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Firestain on silver


#1

Kenneth.

I am
considering using fine silver for some of the constructed work we
do. I am not sure if it will be strong enough, I’ll have to
experiment and see. Eventually I think there will be a deoxidized
sterling sheet and wire available, but I am not aware of any
source for that yet.<<

Using fine silver would obviously increase production costs. The
cause of firestain on silver is the copper which is used to make
an alloy and to make the silver harder/ stronger. If the copper
was replaced with some other metal then I would think that the
problem would be solved. There is a propreitory coating made by
JM whic can be brushed over the surface of the silver to protect
the silver while it is being soldered, but this tends to run into
pools and leave patches of oxide which are just as difficult to
remove.

Richard


#2

Richard wrote:

Using fine silver would obviously increase production costs. The
cause of firestain on silver is the copper which is used to make
an alloy and to make the silver harder/ stronger. If the copper
was replaced with some other metal then I would think that the
problem would be solved. There is a propreitory coating made by
JM whic can be brushed over the surface of the silver to protect
the silver while it is being soldered, but this tends to run
into pools and leave patches of oxide which are just as
difficult to remove.

Richard

Richard:

I realize fine silver costs more than sterling. However, fine
silver could be processed with mass finishing equipment and
thereby offset labor costs. I hate buffing production work and am
suspicious of anyone who doesn’t (grin). I am curious to try the
deplating method you have described. What is involved? What
chemicals are used. What type of surface is left? I have no
plating experience, but would be willing to try anything that is
effective and manageable for production work.

As I understand it the deoxidized sterling silver casting grain
is not quite as strong as traditional sterling but close. At this
time I am not aware of any company that processes any deoxidized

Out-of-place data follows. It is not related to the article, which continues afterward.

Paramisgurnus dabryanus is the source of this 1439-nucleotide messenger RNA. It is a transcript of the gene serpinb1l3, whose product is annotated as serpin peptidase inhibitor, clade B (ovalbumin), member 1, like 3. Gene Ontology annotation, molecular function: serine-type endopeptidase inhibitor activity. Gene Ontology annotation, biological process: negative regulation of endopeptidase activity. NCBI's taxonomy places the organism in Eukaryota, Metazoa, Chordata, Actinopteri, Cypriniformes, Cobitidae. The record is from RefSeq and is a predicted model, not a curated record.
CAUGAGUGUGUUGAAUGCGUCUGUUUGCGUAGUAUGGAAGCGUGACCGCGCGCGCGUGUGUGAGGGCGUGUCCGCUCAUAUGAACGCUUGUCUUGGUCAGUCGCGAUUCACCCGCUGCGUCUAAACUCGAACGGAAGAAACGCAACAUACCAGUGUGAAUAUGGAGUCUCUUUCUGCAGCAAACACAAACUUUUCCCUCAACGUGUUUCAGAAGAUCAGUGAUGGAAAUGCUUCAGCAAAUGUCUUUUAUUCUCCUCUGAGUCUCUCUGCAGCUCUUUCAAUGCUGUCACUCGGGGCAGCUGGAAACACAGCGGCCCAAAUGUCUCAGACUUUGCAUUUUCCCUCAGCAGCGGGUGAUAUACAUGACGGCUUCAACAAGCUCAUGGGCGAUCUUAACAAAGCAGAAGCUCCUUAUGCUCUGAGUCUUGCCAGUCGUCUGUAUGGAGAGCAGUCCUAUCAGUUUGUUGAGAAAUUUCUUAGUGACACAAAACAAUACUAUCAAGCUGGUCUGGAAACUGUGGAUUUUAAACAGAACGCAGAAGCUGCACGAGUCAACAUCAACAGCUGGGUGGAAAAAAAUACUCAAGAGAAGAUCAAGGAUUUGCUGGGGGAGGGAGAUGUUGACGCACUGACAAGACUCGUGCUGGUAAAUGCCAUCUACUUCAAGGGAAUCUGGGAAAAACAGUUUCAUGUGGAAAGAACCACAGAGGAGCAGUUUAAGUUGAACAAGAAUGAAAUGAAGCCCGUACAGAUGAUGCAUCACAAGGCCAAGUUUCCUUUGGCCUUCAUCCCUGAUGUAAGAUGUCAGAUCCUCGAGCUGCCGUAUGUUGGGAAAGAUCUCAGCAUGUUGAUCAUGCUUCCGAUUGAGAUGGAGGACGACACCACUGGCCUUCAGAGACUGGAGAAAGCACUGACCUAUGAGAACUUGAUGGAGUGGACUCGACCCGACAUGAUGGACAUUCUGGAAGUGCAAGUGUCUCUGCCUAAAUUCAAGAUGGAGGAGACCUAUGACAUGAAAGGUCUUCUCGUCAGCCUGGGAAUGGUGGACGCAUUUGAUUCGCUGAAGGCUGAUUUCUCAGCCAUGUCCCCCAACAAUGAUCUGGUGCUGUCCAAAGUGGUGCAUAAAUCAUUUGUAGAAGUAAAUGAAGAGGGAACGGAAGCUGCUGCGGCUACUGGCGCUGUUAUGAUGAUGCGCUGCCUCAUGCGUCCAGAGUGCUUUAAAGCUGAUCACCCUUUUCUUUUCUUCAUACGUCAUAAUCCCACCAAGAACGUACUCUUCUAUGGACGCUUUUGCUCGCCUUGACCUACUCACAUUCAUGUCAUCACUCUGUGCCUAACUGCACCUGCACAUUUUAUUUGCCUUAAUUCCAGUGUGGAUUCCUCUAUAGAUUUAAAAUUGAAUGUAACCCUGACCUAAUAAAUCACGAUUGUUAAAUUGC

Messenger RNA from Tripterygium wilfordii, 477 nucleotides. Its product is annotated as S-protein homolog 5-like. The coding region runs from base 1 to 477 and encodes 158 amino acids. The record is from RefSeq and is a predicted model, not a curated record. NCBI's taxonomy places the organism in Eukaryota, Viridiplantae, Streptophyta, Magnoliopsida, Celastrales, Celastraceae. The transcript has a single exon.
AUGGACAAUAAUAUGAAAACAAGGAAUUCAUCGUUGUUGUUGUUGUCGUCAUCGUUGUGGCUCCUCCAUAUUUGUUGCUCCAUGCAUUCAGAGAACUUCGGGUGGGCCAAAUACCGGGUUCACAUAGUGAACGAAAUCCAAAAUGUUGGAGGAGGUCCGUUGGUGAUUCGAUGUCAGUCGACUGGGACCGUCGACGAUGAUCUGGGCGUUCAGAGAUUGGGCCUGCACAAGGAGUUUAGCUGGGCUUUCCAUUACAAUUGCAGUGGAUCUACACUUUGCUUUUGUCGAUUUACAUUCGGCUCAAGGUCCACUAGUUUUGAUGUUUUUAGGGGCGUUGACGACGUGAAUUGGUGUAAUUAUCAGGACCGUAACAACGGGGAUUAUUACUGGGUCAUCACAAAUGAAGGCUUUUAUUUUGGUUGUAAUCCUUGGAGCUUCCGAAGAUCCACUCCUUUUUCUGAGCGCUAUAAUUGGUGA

sterling into sheet and wire. I do not know why there isn’t, but
am anxiously awaiting. I am sure it will be more expensive than
traditional sterling just as the casting grain is, but so is
mechanically removing firestain.

Thanks for you input and let us know about the deplating process
you wrote about.

Kenneth Gastineau
@Kenneth_Gastineau1


#3

Hi Kenneth,

The problem with deoxidised silver is that obviously they have
been formed in an inert atmosphere, probably they were heated
using argon as a shield. But once they are heated again the
firestain returns. I have tried mechanically removing firestain
with abrasives, but this tends to remove detail as well

This is just a quick resume of the electroplating process for
anyone who is not familiar with it. Electroplating,
electrochemical process for depositing a thin layer of metal on,
usually, a metallic base. In the process of electroplating, the
object to be coated is placed in a solution, called a bath, of a
salt of the coating metal, and is connected to the negative
terminal of an external source of electricity. Another conductor,
often composed of the coating metal, is connected to the positive
terminal of the electric source. A steady direct current of low
voltage, usually from 1 to 6 V, is required for the process. When
the current is passed through the solution, atoms of the plating
metal deposit out of the solution onto the cathode, the negative
electrode. These atoms are replaced in the bath by atoms from the
anode (positive electrode), if it is composed of the same metal,
as with copper and silver. Otherwise they are replaced by
periodic additions of the salt to the bath, as with gold and
chromium. In either case an equilibrium between the metal coming
out of solution and the metal entering is maintained until the
object is plated. Nonconducting materials may be plated by first
being covered with a conducting material such as graphite. Wax or
plastic patterns for electrotype and recording-disk matrices are
coated in this manner. To ensure a strong and close bond between
the object to be plated and the plating material, the object must
be cleaned thoroughly by dipping it into an acid or caustic
solution, or by making it the anode in a cleaning bath for an
instant. To eliminate irregularity in the depth of the plate, and
to ensure that the grain at the surface of the plate is of good
quality and conducive to polishing, the current density (amperes
per square metre of cathode surface) and temperature must be
carefully controlled. Colloids or special compounds are often
added to the bath to improve the surface uniformity of the
plate.

To use the electroplating system for deplating swap over the
terminals so that the work from which you want the firestain
removed is attached to the positive terminal then the silver
object becomes the positive electrode. The current will pass from
the silver object onto another metal object attached to the
negative terminal which will get a deposit of silver. The layer
of firestain on silver is very thin so it should not be
necessary to do the reverse plating process for more that a few
minutes. Trial and error required!! Obviously I don’t accept any
responsibility for any errors

I’d like to hear other folks thoughts on this process, and would
be interested to hear from anyone who has tried it.

Richard

Richard Whitehouse,
Silversmith,
Ardleigh Workshop,
Ardleigh,
Colchester,
UK